This is a brief synopsis on the book Get Wise To Your Advisor: How to Reach Your Investment Goals Without Getting Ripped Off by Steven D. Lockshin (John Wiley & Sons, Inc. (C) 2013). First, allow me to mention I read the book rather casually as advisors and Wall Street are rather distant and foreign concepts to me. I was inspired to read the book after taking some personal finance and first time home buying classes with a local nonprofit. Shortly after the class I found the book while perusing library book shelves and checked it out.
The first six chapters basically deal with how and why to be careful in choosing an advisor and the many conflicts of interest and fees passed on to the customer. I felt it gave me some good tips and reinforced skepticism toward Wall Street. It offered eye-opening information on loopholes and good methods for choosing an advisor and the right questions to ask such as whether or not the assets are held in-house. Holding assets in-house allowed Bernie Madoff to perpetuate his Ponzi scheme and pay out to old customers with new customer money.
The book goes over pros and cons and explanations of fee-only planners, bank-based advisors and independent registered investment advisors (RIAs) and more. It also went into depth on why to not solely choose an advisor on the referral of a friend and or a charismatic personality alone. There are even many wealthy people do not have the best advisor, and sometimes wealthy families have a questionable advisor. It is important to be skeptical and look at the facts and results and to research and seek second opinions.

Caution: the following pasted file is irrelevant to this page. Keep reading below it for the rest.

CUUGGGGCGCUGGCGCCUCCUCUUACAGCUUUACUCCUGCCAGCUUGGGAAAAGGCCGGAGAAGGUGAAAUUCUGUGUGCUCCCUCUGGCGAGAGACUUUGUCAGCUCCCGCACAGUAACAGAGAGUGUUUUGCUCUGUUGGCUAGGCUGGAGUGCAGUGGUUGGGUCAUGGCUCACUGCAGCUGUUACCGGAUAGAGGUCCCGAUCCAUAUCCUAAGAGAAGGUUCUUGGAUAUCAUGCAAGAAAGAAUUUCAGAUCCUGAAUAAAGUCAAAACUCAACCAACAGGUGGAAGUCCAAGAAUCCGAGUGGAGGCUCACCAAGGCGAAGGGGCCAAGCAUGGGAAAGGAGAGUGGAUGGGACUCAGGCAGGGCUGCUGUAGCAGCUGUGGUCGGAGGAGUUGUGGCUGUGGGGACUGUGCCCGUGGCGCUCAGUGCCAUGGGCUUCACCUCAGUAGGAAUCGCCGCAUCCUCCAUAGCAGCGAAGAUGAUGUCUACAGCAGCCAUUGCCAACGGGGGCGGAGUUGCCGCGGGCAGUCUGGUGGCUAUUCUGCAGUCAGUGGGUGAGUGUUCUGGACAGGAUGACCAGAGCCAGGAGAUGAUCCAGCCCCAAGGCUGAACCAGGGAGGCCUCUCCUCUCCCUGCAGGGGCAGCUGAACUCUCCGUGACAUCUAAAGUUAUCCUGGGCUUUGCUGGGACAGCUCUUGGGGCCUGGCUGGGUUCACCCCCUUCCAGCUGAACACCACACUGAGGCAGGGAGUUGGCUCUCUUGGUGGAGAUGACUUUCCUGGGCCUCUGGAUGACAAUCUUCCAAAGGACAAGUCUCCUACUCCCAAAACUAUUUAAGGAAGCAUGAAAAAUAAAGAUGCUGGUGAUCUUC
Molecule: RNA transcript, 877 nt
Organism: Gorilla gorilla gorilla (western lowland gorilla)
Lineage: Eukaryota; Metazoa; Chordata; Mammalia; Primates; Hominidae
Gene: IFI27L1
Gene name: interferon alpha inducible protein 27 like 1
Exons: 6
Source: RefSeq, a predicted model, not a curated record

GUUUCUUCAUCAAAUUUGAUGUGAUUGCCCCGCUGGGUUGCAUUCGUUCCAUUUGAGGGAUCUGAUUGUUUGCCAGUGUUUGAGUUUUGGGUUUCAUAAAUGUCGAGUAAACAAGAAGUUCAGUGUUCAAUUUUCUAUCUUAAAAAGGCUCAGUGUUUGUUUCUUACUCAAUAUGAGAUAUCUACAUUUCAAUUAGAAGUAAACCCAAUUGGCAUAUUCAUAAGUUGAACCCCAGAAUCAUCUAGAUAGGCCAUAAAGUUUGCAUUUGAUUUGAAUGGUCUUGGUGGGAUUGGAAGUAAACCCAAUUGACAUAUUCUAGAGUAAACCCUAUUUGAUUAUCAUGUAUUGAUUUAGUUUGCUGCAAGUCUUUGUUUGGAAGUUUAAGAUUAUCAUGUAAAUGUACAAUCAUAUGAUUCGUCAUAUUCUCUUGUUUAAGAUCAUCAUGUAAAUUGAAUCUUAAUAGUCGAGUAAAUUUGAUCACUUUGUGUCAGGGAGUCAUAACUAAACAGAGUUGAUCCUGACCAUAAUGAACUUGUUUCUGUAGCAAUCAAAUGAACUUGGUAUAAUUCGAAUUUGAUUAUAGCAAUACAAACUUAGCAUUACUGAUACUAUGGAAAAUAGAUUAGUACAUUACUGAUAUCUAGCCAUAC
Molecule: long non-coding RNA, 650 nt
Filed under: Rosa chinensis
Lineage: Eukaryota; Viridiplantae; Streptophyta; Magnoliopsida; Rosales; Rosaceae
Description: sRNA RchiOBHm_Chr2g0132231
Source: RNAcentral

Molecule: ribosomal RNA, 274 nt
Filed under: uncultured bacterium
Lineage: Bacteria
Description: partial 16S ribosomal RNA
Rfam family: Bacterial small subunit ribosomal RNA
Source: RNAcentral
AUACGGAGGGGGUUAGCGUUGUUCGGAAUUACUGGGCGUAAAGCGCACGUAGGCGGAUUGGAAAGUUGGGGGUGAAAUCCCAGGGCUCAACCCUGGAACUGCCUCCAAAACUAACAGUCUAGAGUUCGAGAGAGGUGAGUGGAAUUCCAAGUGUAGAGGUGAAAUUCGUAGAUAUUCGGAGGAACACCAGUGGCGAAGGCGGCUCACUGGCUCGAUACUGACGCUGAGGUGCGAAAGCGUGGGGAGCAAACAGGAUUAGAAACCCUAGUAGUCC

The book also explains terms such as no-load funds, exchange-traded funds, index mutual funds, actively managed mutual funds, individual stocks and bonds, and index investing. Much of the advice is sound such as diversifying and being patient and not playing with high risk investments with more than five percent of your investable assets. Bubbles such as the dot-com bubble of the late 1990s and real-estate bubble of the 2000s eventually pop and diminish investor money.
There are discount brokerages such as Charles Schwab and E*Trade. There is also software based investing (e.g. Betterment.com and Wealthfront) that can automatically rebalance market investments for you. As I am open to some practical low risk options I could do on my own without turning to the risk and mystery that surrounds advisors and Wall Street, software based investing intrigues me. Software based investing takes out the risky emotions of fear and greed in investing that lead to problems and regrets later. It is lower fee and not concerned if you have too little to invest. It is new and not fully tried and known, and therefore you should make sure the assets are held by independent custodians and insured by the Securities Investor Protection Corporation.
At the end of chapter eight the book gives you questions you can bring to an interview with an advisor. There are also links to sites such as www.advisorinfo.sec.gov to check the truthfulness of the advisor’s answers, if they have a license, and what their fees and expenses really are. It is recommended to interview at least three advisors before hiring one and compare options before making a commitment. Base decisions on fact and not emotion.
Before reading the book I was not aware how much research should be done before choosing an advisor. The information in this book is definitely worth utilizing if you are ready to have an advisor. It will save you lots of pain later. You know where you are at financially and have to do what makes sense to you. If you have to focus on debt elimination then work on that. If you want to develop a savings plan then stick with that. If it makes more sense to start with a small piece of real estate then do that. If increasing your income is the concern before you want to put some savings with an investment firm then go with that.